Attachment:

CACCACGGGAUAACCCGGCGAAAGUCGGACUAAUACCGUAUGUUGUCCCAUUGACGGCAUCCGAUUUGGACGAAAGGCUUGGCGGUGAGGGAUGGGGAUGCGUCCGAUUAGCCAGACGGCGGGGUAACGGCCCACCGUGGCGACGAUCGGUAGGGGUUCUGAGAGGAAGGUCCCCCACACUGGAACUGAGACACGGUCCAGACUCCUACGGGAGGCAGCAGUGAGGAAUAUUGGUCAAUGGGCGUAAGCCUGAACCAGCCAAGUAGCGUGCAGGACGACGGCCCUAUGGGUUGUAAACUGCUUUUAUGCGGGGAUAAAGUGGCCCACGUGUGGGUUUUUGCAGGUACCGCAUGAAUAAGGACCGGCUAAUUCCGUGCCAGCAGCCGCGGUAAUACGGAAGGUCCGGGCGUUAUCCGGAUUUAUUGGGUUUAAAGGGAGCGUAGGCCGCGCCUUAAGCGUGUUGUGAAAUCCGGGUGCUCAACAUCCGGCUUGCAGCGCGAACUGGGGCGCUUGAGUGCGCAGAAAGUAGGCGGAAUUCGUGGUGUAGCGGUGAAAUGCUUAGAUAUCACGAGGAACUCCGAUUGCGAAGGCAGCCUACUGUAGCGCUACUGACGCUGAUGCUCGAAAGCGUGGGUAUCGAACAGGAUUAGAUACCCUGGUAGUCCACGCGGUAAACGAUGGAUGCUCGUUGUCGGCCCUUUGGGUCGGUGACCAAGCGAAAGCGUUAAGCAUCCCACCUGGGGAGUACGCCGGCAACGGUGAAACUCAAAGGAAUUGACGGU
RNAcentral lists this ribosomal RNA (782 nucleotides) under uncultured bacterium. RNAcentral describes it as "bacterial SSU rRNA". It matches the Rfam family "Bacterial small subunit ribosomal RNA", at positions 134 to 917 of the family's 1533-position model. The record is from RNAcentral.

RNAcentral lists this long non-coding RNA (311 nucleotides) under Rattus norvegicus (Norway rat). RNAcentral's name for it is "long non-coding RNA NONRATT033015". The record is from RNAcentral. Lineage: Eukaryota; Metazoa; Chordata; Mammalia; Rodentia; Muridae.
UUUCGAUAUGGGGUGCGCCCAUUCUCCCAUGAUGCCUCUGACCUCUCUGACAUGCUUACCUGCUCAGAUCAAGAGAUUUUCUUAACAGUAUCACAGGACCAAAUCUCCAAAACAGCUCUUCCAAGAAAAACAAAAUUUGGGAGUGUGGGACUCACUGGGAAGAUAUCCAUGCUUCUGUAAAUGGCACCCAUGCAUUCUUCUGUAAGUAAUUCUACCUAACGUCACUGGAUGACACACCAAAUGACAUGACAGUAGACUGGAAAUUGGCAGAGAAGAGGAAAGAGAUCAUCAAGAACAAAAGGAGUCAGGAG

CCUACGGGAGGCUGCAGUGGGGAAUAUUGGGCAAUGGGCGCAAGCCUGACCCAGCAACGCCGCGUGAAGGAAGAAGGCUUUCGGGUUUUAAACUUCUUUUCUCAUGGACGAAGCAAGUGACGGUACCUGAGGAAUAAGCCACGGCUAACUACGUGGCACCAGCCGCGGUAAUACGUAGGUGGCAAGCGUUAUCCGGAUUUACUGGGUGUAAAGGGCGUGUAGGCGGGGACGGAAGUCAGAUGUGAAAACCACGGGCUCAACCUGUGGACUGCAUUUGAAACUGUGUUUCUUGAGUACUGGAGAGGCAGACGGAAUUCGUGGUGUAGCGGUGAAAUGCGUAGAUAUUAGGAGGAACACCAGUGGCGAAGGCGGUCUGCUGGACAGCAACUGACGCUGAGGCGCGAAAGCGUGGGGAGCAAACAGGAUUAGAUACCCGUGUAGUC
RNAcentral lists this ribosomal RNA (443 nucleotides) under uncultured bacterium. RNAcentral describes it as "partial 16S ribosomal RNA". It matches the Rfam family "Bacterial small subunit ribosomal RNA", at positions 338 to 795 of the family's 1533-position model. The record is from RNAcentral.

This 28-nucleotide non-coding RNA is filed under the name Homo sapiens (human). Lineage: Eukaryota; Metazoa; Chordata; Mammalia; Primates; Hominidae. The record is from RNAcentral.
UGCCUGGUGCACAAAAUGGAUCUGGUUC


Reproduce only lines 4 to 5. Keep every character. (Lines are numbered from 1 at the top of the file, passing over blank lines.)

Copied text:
UUUCGAUAUGGGGUGCGCCCAUUCUCCCAUGAUGCCUCUGACCUCUCUGACAUGCUUACCUGCUCAGAUCAAGAGAUUUUCUUAACAGUAUCACAGGACCAAAUCUCCAAAACAGCUCUUCCAAGAAAAACAAAAUUUGGGAGUGUGGGACUCACUGGGAAGAUAUCCAUGCUUCUGUAAAUGGCACCCAUGCAUUCUUCUGUAAGUAAUUCUACCUAACGUCACUGGAUGACACACCAAAUGACAUGACAGUAGACUGGAAAUUGGCAGAGAAGAGGAAAGAGAUCAUCAAGAACAAAAGGAGUCAGGAG

CCUACGGGAGGCUGCAGUGGGGAAUAUUGGGCAAUGGGCGCAAGCCUGACCCAGCAACGCCGCGUGAAGGAAGAAGGCUUUCGGGUUUUAAACUUCUUUUCUCAUGGACGAAGCAAGUGACGGUACCUGAGGAAUAAGCCACGGCUAACUACGUGGCACCAGCCGCGGUAAUACGUAGGUGGCAAGCGUUAUCCGGAUUUACUGGGUGUAAAGGGCGUGUAGGCGGGGACGGAAGUCAGAUGUGAAAACCACGGGCUCAACCUGUGGACUGCAUUUGAAACUGUGUUUCUUGAGUACUGGAGAGGCAGACGGAAUUCGUGGUGUAGCGGUGAAAUGCGUAGAUAUUAGGAGGAACACCAGUGGCGAAGGCGGUCUGCUGGACAGCAACUGACGCUGAGGCGCGAAAGCGUGGGGAGCAAACAGGAUUAGAUACCCGUGUAGUC